“Ivorian public opinion is not in favour of the death penalty” – Interview with Namizata Sangaré


7 April 2018

The Côte d’Ivoire National Human Rights Commission (Commission Nationale des Droits de l’Homme de Côte d’Ivoire or CNDHCI) is our partner at the African Congress Against the Death Penalty which is being held on 9 and 10 April. Its President, Mrs Namizata Sangaré, has answered our questions.


What is the role of the CNDHCI?


The CNDHCI was created in 2012. It is an independent body with legal status and financial autonomy. Its mandate is to perform the roles of dialogue, consultation, assessment and proposition to promote, protect and defend human rights. However, like human rights institutions the CNDHCI also focuses on prevention with regard to human rights violations.


Why did you decide to take part in ECPM’s Congress?


Our participation in this 3rd Regional Congress is part of the assistance we provide to ECPM with regard to its work to promote abolition of the death penalty across the world and, similarly, continue advocacy in support of ratification by the Ivorian authorities of the Second Optional Protocol to the International Covenant on Civil and Political Rights (OP2). Such ratification will enable Côte d’Ivoire, an abolitionist country, to irreversibly finalise and reaffirm its solemn commitment to abolishing the death penalty before the international community.


What support have you received within the framework of organisation of the Congress?


The CNDHCI has received institutional support from the State of Côte d’Ivoire which was very keen to host this international event on Ivorian soil. To that effect, we would like to acknowledge the involvement and efforts of the highest authorities, particularly the National Assembly, the Foreign Affairs Ministry and the Justice and Human Rights Ministry.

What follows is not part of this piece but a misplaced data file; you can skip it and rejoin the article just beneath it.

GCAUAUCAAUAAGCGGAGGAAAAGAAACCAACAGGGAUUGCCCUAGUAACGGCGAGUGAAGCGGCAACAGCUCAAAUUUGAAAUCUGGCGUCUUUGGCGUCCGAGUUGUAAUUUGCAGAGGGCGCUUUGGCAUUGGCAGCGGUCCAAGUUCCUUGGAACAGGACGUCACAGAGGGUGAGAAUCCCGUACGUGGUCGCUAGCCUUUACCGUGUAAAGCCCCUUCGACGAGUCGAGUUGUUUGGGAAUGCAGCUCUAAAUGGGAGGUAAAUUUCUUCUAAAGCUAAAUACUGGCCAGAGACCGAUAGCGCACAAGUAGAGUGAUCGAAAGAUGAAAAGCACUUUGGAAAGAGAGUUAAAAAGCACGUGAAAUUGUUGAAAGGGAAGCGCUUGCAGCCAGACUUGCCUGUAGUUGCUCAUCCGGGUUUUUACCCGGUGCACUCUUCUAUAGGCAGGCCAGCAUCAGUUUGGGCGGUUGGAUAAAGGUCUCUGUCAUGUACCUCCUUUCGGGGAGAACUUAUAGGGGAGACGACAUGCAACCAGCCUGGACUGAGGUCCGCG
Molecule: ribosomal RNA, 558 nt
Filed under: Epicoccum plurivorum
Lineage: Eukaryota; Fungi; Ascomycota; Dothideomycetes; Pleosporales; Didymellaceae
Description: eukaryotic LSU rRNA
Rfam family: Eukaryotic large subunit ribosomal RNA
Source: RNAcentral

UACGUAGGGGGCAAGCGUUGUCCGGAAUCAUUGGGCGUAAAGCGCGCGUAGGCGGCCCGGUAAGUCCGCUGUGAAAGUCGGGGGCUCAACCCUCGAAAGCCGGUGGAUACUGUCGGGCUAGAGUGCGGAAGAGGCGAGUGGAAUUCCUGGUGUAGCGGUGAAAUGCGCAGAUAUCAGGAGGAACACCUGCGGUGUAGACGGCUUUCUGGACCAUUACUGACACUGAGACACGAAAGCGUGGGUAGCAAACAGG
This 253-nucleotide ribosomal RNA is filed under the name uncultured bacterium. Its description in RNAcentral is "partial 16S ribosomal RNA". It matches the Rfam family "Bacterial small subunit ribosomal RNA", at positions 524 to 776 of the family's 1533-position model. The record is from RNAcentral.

What does public opinion say about the death penalty?


The CNDHCI does not have an opinion poll on the issue of the death penalty as such. However, in the light of the Constitution of 8 November 2016 which sanctioned abolition of the death penalty and received 93.42% of votes in favour during the constitutional referendum of 30 October 2016, and the mobilisation of civil society and human rights organisations which have campaigned for abolition of the death penalty in Côte d’Ivoire, we can state that Ivorian public opinion, even African public opinion generally, is not in favour of the death penalty. The very high trend of abolitionist countries in Africa over the last few years is strong evidence of such an unfavourable opinion.


How do you see the death penalty in Africa in ten (10) years time?


You know, no doubt, that of the 55 member states of the African Union, 4/5 of them no longer practice the death penalty and, over the last 10 years, only ten countries have carried out executions. More African countries abolish the death penalty every year: Guinea in 2016, Congo and Madagascar in 2015, Benin in 2012, Gabon in 2010, etc. Therefore, the greatest momentum towards abolition is to be found in Africa. We strongly hope that, in the next 10 years, the death penalty will be entirely abolished in Africa and will disappear from legislation in our States.


What are the next steps for Côte d’Ivoire with regard to abolition of the death penalty?


The next step for Côte d’Ivoire with regard to abolition of the death penalty is ratification of the Second Optional Protocol to the International Covenant on Civil and Political Rights (OP2).


The CNDHCI, via its monitoring role, will continue to advocate in that direction because ratification of that international legal instrument will enable Côte d’Ivoire to demonstrate notable progress in terms of promoting and protecting human rights.